If Bob Dylan‘s 15th studio album must fit in a box, it’s his confessional ’70s-singer-songwriter record. Released on January 17, 1975 — 40 years ago today — Blood on the Tracks landed amid the dissolution of Dylan’s marriage to his first wife, Sara, and with its sad, strummy songs about love gone awry, it has all the hallmarks of classic breakup album.
Here’s the problem with that: Dylan has never been a confessional singer-songwriter, and even when he’s writing about himself, there’s the question of which “himself” he’s being. The rascally Minnesotan born Robert Zimmerman has been playing characters since he came on the scene in the ’60s, and his peerless songwriting hinges on allegory, metaphor, and misdirection. His catalog is a feast of breadcrumbs meant to throw you off the trail.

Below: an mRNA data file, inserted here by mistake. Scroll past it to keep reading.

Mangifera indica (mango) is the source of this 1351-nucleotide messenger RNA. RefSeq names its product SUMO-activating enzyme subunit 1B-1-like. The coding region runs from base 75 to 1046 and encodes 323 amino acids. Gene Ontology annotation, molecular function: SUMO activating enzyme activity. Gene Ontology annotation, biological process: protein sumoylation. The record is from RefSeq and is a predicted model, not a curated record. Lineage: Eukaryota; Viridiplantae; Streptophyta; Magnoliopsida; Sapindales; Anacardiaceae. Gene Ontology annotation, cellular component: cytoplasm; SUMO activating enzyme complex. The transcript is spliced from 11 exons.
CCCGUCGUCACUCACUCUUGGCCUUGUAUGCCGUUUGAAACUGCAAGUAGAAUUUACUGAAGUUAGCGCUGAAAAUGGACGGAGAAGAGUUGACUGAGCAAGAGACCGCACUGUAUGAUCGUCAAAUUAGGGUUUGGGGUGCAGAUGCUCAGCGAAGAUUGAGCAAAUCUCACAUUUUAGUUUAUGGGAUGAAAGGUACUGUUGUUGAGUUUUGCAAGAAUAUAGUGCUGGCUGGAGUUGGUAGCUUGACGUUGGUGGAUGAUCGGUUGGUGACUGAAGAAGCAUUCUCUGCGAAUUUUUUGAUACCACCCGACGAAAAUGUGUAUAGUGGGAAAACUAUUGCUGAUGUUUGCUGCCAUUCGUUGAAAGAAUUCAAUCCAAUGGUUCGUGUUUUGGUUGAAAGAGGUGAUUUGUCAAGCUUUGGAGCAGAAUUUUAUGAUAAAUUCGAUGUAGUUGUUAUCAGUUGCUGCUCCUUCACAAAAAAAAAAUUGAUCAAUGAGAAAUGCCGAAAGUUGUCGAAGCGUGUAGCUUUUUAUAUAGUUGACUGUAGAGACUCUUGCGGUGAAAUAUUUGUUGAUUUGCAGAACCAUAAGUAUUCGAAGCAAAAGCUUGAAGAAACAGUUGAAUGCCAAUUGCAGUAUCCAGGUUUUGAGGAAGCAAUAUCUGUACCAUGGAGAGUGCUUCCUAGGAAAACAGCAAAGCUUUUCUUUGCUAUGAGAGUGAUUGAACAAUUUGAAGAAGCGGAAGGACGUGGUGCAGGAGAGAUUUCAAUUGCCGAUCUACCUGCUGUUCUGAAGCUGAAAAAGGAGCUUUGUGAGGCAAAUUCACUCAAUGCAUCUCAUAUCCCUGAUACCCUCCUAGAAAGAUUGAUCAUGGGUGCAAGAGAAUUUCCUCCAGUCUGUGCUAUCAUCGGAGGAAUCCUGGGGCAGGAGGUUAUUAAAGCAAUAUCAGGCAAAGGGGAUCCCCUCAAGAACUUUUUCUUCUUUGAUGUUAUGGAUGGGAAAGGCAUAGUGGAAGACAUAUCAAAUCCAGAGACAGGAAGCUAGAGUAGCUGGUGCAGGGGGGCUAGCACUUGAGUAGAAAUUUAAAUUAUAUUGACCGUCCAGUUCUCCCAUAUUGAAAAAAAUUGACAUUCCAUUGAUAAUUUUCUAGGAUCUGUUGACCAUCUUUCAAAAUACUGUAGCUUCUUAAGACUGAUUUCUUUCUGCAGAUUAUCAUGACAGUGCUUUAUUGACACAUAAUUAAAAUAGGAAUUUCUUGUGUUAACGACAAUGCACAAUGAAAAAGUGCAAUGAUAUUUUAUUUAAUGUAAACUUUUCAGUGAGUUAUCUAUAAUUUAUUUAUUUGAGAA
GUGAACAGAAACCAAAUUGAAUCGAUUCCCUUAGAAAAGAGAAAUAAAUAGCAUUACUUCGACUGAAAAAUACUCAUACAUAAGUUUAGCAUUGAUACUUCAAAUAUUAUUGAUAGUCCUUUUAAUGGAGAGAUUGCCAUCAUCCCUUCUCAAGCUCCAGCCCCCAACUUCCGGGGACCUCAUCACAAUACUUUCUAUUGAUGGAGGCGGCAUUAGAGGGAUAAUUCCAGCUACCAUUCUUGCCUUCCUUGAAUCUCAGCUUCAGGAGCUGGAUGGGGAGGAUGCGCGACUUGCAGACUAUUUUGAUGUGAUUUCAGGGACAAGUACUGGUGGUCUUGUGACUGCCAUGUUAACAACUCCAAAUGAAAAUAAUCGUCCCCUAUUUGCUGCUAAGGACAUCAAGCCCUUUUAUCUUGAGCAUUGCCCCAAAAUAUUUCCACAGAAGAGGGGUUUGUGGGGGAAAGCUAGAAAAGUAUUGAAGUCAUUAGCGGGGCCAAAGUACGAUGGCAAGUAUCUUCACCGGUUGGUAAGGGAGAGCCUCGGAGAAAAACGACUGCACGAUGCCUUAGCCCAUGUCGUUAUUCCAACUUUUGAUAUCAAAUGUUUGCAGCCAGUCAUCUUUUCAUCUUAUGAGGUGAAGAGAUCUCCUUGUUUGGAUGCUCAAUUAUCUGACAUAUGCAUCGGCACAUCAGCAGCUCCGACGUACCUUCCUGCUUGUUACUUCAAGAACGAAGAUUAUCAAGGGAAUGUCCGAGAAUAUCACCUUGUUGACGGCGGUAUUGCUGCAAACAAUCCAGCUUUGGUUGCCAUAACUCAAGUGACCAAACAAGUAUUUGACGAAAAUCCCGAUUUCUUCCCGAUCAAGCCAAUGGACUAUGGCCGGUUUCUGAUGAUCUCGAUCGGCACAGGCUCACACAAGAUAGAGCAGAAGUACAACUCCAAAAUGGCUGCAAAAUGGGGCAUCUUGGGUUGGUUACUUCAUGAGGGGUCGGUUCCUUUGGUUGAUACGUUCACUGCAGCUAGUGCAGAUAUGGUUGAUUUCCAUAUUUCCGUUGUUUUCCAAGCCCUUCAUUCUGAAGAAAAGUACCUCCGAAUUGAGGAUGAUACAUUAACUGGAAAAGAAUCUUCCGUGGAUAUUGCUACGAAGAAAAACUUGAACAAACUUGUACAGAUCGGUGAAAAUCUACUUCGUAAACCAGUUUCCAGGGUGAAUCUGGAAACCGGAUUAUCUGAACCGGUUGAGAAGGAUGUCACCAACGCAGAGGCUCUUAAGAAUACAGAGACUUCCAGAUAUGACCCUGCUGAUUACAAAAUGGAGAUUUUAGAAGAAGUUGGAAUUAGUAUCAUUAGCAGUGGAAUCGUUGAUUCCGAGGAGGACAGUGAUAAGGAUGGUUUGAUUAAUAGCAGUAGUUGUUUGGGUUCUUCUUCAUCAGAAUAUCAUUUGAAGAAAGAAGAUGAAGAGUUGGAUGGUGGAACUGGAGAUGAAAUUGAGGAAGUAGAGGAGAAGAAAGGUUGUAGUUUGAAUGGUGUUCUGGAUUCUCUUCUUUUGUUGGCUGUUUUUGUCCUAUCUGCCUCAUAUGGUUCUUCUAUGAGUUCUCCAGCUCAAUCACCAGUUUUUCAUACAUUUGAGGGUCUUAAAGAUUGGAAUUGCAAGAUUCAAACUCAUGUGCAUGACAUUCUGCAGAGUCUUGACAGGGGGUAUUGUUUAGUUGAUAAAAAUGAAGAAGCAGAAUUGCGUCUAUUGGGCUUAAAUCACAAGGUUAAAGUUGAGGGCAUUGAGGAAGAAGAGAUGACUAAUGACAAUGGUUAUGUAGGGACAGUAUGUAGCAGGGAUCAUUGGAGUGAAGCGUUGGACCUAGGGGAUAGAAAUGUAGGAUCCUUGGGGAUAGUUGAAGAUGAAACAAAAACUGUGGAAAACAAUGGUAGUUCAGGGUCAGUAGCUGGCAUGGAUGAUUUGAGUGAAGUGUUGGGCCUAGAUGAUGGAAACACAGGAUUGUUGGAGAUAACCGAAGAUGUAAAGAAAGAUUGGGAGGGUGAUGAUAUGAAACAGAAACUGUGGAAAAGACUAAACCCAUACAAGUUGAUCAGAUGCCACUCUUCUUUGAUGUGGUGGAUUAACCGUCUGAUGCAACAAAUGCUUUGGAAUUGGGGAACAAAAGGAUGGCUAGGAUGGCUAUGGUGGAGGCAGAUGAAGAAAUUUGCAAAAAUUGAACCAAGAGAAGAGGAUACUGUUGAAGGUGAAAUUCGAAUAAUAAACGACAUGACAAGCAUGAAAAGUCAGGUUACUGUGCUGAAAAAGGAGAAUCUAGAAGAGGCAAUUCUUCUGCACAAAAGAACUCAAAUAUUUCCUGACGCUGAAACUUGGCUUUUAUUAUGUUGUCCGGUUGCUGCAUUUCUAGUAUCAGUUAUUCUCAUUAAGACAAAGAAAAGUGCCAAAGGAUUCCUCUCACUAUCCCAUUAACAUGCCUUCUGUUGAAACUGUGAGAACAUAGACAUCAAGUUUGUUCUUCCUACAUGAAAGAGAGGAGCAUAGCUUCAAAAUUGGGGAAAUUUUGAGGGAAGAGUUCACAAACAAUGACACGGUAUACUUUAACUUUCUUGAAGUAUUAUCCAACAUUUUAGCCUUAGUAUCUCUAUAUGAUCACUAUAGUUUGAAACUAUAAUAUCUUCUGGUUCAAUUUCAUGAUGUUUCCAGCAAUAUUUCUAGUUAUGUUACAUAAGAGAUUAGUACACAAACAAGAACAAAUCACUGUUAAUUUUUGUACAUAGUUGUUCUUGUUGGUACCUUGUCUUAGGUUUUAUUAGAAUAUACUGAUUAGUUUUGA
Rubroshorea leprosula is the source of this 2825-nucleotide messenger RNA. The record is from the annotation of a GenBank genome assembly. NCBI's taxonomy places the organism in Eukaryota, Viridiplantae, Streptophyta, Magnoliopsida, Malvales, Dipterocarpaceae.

Blood on the Tracks teases with approachability. The emotion is so raw, so present, and yet it’s safe to say no one really knows what Dylan is singing about.
His son Jakob, leader of the Wallflowers, believes the album is “about my parents,” as one-time manager Andrew Slater told the New York Times, while papa Bob insists the lyrics are based on the short stories of Anton Chekov. Another influence was artist Norman Raeben, whose 1974 painting tutorials taught Dylan to “put my mind and my hand and my eye together, in a way that allowed me to do consciously what I unconsciously felt,” as he told writer Jonathan Cott.
Whatever the truth is, there are certain indisputable facts. Blood on the Tracks marked Dylan’s return to Columbia Records after two albums on Asylum, and it reached No. 1 on the Billboard 200, leading many critics to call it a comeback — not his first and certainly not his last. Also, the album comprises recordings made at two sessions: one in New York City with studio pros assembled by engineer Phil Ramone and a second in Minneapolis organized at the last minute by Bob’s brother David.